PERTH: Love him or hate him, David Warner’s self-belief and single-mindedness has seen him withstand scandals and slumps to remain Australia’s key batsman at the World Cup.
One of the most polarising players in cricket since his international debut in 2009, left-handed opener Warner is the centrepiece of Australia’s batting order in the twilight of his legendary career.
He will turn 37 during the World Cup in India.
While unconvincing in Test cricket in recent years, where his position in the team has been the subject of immense scrutiny, Warner has maintained strong form in the 50-over format.
He’s hit the second most ODI centuries by an Australian batsman and scored over 6,300 runs overall at a healthy average of around 45.
With long-time opening partner Aaron Finch retired and successor Travis Head under an injury cloud, Warner will be relied upon at the top of the order in his swansong from ODI cricket.
Despite his critics lining up, a typically bullish Warner is determined to leave on his own terms having publicly laid out his retirement plans, where he also wants to exit Test cricket with a farewell match on his Sydney home ground in January.
“I probably owe it to myself and my family,” Warner said in June when announcing his future intentions.
“I’ve played every game like it’s my last. I enjoy being around the guys. I love being part of the team and being that ball of energy in the group.
“I’ll keep working as hard as I can to get there.”
If all goes to plan, it will be something of an unlikely fairytale ending for Warner, whose career looked over in 2018 after he was named as the chief protagonist of Australia’s humiliating ball-tampering scandal at Newlands in South Africa.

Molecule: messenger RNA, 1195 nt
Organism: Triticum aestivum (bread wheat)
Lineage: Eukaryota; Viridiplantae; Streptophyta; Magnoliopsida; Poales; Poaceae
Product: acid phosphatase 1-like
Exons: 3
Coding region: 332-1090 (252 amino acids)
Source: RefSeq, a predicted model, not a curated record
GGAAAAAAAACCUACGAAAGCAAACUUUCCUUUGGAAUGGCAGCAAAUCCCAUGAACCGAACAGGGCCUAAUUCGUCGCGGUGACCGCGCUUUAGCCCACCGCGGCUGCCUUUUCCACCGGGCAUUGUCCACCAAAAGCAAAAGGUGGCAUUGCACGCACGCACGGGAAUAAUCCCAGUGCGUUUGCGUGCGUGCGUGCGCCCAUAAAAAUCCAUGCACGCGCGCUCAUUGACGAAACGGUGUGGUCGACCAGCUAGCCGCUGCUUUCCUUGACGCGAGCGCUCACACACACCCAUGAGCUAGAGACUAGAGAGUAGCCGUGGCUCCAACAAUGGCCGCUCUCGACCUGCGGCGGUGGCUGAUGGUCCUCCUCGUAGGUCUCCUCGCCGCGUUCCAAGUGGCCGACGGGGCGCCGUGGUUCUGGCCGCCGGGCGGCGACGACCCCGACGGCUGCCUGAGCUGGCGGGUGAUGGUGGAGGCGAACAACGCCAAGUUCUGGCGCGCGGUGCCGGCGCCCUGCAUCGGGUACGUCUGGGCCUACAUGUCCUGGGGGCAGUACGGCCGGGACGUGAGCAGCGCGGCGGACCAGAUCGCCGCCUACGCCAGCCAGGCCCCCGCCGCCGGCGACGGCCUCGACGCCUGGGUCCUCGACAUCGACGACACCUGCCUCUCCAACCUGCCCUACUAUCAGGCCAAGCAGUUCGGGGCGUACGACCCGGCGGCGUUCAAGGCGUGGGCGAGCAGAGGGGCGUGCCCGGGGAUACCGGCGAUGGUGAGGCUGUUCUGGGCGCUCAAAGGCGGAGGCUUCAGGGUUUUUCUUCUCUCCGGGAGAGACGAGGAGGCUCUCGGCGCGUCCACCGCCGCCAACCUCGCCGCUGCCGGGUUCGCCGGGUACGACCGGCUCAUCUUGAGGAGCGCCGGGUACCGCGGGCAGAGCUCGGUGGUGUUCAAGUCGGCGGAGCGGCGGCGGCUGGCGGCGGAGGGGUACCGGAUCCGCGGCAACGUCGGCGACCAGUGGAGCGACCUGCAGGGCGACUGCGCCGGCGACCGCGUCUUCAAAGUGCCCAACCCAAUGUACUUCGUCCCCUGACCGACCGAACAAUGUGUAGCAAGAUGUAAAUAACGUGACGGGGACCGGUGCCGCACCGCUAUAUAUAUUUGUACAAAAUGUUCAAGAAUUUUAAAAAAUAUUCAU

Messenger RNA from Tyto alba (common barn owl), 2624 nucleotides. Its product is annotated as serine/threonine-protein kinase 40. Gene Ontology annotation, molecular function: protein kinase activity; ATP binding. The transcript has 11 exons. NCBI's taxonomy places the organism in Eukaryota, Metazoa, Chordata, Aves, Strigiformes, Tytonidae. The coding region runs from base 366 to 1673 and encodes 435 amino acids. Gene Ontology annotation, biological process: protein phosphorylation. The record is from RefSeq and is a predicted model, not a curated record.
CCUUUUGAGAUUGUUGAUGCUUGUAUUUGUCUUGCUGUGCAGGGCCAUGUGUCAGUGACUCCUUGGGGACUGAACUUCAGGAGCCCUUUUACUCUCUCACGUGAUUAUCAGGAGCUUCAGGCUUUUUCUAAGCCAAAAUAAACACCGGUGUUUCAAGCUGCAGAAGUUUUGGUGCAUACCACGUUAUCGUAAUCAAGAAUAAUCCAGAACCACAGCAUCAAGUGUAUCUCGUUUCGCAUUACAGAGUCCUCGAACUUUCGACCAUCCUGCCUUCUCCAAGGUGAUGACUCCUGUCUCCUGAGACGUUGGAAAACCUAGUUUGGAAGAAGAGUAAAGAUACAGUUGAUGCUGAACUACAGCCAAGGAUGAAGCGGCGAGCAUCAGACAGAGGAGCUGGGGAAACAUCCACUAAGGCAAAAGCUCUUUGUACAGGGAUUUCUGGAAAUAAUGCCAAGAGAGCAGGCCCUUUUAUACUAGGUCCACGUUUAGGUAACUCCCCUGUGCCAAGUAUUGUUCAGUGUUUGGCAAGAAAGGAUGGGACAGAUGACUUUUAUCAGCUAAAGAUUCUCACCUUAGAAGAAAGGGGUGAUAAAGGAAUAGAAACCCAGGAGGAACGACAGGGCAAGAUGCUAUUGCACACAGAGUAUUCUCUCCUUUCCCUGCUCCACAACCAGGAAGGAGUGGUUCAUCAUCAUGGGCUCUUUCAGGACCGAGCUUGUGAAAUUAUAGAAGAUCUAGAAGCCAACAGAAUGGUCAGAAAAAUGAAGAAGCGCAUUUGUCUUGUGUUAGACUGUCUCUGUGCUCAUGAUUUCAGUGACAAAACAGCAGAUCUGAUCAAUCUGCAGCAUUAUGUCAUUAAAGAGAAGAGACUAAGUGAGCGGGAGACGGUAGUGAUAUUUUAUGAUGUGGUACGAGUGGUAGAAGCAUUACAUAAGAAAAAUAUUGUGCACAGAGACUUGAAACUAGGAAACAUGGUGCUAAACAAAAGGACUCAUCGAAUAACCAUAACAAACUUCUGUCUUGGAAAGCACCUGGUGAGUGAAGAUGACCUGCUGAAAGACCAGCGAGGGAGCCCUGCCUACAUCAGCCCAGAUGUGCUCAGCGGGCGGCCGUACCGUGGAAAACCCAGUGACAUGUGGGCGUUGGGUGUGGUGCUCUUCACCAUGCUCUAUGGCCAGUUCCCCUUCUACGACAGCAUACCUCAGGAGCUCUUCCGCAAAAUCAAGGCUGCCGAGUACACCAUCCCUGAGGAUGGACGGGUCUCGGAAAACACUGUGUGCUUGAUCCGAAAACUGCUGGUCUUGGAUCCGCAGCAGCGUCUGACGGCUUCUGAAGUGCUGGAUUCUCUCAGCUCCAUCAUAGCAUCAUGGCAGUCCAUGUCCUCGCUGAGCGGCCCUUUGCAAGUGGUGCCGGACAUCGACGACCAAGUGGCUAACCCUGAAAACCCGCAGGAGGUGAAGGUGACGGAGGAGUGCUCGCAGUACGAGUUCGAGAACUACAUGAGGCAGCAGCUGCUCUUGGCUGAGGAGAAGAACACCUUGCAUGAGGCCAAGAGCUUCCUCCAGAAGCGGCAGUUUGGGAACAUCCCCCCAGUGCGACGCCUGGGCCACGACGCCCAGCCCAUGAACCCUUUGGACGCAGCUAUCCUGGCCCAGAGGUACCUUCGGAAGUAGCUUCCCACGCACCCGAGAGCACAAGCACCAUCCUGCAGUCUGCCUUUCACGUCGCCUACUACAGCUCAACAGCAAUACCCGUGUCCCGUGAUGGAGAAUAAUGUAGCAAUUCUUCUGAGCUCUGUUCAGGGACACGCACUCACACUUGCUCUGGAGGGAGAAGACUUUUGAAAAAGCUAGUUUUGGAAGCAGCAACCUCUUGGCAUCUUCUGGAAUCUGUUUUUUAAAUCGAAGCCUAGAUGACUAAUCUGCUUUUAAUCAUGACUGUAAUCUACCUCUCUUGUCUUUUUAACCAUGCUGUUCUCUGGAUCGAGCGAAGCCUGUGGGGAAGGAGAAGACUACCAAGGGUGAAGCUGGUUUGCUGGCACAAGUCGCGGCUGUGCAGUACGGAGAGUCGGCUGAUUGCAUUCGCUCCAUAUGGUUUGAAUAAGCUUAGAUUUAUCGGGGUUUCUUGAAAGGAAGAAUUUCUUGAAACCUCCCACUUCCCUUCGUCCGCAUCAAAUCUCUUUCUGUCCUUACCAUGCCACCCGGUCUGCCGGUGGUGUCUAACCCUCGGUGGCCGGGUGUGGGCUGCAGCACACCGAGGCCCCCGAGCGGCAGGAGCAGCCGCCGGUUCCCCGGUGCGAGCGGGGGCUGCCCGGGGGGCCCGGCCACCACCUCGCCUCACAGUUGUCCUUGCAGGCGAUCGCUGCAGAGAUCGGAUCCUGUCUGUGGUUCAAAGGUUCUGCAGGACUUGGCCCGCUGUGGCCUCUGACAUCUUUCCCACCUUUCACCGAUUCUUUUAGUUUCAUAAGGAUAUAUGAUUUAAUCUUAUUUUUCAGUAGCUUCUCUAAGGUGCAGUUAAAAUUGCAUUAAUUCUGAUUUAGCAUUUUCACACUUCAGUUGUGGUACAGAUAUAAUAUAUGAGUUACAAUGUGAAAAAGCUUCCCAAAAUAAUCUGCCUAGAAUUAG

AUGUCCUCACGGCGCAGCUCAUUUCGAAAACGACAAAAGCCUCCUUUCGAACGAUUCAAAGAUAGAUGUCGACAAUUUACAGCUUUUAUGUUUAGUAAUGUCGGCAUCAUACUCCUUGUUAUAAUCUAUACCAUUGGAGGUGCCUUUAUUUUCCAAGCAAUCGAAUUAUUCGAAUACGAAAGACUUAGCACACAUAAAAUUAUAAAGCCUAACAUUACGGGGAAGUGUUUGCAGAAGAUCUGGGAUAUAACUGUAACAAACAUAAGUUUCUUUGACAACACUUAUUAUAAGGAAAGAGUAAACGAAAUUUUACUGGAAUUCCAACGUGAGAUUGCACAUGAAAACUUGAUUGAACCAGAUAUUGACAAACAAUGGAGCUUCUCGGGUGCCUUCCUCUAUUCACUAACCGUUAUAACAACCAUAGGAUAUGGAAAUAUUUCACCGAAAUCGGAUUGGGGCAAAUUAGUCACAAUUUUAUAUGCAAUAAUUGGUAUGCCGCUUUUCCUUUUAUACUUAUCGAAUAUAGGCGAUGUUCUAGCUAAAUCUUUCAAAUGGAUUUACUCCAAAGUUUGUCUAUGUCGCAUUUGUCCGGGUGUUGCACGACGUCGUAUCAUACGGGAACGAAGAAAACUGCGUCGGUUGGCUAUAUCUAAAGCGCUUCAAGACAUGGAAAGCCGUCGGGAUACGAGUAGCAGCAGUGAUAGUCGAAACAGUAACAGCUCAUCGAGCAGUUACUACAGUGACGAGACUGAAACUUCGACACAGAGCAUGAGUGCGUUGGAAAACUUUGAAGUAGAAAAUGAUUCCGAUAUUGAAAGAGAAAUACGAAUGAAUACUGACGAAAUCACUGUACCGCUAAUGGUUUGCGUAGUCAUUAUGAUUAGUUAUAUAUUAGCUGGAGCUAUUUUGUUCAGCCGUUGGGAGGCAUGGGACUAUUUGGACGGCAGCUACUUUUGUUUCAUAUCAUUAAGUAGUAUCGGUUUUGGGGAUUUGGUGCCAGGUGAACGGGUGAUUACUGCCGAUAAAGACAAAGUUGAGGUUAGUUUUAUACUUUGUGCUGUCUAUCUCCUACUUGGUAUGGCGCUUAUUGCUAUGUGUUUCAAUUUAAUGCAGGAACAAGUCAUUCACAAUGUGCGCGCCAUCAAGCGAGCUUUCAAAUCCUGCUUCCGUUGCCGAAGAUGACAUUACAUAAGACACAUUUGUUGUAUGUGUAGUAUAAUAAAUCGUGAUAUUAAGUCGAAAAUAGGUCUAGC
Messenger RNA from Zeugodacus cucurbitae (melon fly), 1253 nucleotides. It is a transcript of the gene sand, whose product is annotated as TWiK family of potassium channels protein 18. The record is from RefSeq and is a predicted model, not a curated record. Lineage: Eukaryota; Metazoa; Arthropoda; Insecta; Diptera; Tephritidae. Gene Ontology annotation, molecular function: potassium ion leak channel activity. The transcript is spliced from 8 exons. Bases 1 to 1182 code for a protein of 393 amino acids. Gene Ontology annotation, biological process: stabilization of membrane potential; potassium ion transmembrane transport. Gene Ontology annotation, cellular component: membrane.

Warner received a 12-month suspension for instructing teammate Cameron Bancroft to use sandpaper on the ball and was also banned from leadership positions for life.
Much like his attacking batting, Warner hit back against the odds, returning with aplomb across three formats to maintain a formidable presence at the crease.
Short but nuggety, Warner’s strong forearms generate immense power, resulting in one of the most aggressive batsmen in cricket history.
“The courage to play his own way…the guts to take on the pace bowlers with the new ball, that is no mean feat,” former Australia captain Ian Chappell wrote in ESPNcricinfo recently.
“It’s something that he should be remembered for - not many have the courage to not only do it but to maintain that approach throughout a lengthy career.”
Ahead of the World Cup, Warner turned back the clock with a belligerent century against South Africa in Bloemfontein in a statement to those who have written him off.
“I saw some really good signs with David Warner in South Africa,” said former wicketkeeper Brad Haddin, who was part of Australia’s 2015 World Cup triumph alongside Warner.
"He looked like he wanted to take the game on and when he does that it takes the pressure off the rest of the batting order.
“I think he’s ready for a big tournament and a great finale.”